Dissertation/Thesis Abstract

Investigating the Link between Obesity and Type 2 Diabetes Using Math Models and Simulation Optimization
by Esmaeili Mohsen Abadi, Sakineh, M.S., Southern Illinois University at Edwardsville, 2015, 47; 1600520
Abstract (Summary)

About 30 million people in the United States have diabetes. Over 90% of them have type 2 diabetes. Type 2 diabetes is caused by defects in insulin secretion by pancreatic beta-cells and insulin action in the peripheral tissues such as liver, muscle, and fat cells. One of the primary risk factors contributing to type 2 diabetes is obesity. However, it is not well understood how obesity leads to type 2 diabetes. We hypothesized that obesity alters various metabolic rate constants that maintain glucose homeostasis. When alterations in the metabolic rate constants reach certain levels (threshold), onset of type 2 diabetes would ensue and progress as obesity increases. If this hypothesis were correct, a time period when onset of type 2 diabetes occurs could be identified by studying alterations of the metabolic rate constants over time. Furthermore, such knowledge can be used as a diagnostic tool to assess how advanced a patient is in the progression of type 2 diabetes. Accordingly, appropriate and effective treatment strategies can be designed.

The objective of this study was to monitor alterations in key metabolic rate constants as obesity increases and determine the time period when the threshold occurs. We elected to monitor the rate constants in the differential equations by Lombart et al., which describes a simple model of glucose homeostasis involving several organs including insulin-dependent and insulin-independent tissues. Key metabolic rate constants were monitored every 2 weeks over a period of 7 months in B6D2F1 mice fed a high fat diet (HFD) by performing intraperitoneal glucose tolerance tests and estimating the rate constants through simulation and optimization using Arena ™ and OptQuest™, respectively. Mice fed the HFD gained weight significantly over time (23.96 g vs. 53.56 g). Fasting blood glucose levels were overall elevated with vast fluctuations (143 mg/dl at week 0 vs. 203 mg/dl at week 16) and basal insulin levels obtained from simulations were also elevated ~5 fold at week 16 (1186.75 pmole/L) from week 0 (218.33 pmole/L). Two rate constants Ipi (indicator of blood insulin concentration when the liver switches from glucose uptake to release) and K6 (insulin clearance from the blood) were significantly altered when the metabolic changes occurred. Mice fed the HFD for 7 months had not reached a full blown diabetes state and glucose homeostasis unexpectedly fluctuated between normal and impaired, rather than reaching a threshold and progressing gradually to overt diabetes. A new hypothesis that natural defense mechanisms against impaired glucose homeostasis may exist is postulated and understanding of the specific defense mechanisms may provide new strategies to treat or prevent obesity-associated type 2 diabetes.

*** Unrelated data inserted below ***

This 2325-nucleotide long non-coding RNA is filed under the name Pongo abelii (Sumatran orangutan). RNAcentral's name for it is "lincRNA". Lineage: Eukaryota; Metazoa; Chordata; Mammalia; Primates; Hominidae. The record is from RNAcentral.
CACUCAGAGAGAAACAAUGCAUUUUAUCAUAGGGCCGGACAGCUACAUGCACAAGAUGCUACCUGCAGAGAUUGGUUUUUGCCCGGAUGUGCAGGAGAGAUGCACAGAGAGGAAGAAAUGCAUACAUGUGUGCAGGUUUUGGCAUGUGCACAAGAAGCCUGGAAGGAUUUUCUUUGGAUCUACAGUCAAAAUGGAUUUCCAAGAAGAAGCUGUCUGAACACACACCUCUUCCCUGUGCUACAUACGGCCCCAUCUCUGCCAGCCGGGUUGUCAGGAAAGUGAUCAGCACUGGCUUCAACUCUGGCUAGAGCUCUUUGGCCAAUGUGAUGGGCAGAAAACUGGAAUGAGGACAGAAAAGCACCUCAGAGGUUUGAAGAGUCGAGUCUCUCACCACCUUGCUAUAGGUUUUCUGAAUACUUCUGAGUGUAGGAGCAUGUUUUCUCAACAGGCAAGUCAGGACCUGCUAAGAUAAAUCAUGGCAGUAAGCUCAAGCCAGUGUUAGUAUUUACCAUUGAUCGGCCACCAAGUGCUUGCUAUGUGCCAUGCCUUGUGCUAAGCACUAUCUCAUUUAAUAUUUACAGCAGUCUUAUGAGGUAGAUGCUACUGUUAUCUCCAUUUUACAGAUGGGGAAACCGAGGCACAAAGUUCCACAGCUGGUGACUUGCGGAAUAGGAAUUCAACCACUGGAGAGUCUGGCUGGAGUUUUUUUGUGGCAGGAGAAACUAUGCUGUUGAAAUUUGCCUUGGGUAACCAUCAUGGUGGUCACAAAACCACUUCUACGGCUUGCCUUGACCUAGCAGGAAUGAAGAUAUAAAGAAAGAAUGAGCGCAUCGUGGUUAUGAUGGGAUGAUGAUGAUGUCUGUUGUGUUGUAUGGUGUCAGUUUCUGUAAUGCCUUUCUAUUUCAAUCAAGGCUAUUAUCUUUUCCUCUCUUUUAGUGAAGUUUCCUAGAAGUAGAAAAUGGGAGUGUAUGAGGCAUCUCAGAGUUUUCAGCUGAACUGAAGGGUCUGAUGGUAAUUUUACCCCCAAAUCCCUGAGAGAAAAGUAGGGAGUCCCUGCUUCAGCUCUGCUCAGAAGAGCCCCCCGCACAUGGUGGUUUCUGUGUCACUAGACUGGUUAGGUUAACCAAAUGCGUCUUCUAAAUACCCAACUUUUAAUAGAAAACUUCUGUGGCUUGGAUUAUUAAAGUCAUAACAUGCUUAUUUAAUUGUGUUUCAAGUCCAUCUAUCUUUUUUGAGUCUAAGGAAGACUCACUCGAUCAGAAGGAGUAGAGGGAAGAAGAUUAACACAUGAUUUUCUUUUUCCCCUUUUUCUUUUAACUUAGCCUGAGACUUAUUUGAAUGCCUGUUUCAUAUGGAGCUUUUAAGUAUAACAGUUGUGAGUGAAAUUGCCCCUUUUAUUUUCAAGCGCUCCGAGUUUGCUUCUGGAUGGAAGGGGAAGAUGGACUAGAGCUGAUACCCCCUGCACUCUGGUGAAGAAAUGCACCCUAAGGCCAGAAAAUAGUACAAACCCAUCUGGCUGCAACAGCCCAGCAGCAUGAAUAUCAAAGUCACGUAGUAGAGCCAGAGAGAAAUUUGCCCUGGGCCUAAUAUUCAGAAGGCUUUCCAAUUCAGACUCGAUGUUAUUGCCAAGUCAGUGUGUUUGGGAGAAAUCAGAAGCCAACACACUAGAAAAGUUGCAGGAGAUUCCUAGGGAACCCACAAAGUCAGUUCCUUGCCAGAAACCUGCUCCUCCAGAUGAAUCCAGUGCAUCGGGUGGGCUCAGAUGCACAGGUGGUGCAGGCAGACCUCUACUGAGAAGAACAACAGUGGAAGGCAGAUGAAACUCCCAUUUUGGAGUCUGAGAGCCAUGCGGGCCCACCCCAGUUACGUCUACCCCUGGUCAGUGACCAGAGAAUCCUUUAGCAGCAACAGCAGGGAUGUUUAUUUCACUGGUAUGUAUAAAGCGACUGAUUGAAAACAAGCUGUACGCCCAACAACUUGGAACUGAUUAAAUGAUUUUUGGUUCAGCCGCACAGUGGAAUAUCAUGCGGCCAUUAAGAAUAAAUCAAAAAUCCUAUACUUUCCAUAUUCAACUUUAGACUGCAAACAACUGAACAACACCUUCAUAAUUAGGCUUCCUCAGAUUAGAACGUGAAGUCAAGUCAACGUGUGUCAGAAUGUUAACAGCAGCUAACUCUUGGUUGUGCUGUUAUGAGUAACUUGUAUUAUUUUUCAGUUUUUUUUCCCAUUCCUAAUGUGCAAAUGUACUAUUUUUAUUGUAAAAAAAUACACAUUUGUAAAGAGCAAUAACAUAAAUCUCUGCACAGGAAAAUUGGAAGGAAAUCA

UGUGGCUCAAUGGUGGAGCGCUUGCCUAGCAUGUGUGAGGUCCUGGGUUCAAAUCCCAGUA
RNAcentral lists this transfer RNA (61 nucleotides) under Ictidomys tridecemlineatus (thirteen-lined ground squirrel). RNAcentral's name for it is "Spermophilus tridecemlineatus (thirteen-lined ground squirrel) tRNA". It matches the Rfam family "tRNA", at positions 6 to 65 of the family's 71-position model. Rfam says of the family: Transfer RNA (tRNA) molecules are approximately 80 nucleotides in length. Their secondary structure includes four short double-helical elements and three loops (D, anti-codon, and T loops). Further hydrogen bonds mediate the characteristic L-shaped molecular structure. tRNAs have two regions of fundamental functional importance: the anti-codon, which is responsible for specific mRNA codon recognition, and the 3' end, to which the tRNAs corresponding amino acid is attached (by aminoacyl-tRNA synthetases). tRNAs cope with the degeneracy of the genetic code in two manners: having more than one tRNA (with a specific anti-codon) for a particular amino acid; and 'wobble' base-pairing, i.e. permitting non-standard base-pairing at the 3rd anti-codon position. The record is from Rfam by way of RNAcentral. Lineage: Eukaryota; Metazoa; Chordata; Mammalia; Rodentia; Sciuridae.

Indexing (document details)
Advisor: Ko, Hoo Sang, Kwon, Guim
Commitee: Lee, H.Felix
School: Southern Illinois University at Edwardsville
Department: Mechanical and Industrial Engineering
School Location: United States -- Illinois
Source: MAI 55/02M(E), Masters Abstracts International
Subjects: Biomedical engineering, Industrial engineering
Keywords: Obesity, Optimization, Simulation, Type 2 diabetes
Publication Number: 1600520
ISBN: 978-1-339-09439-7
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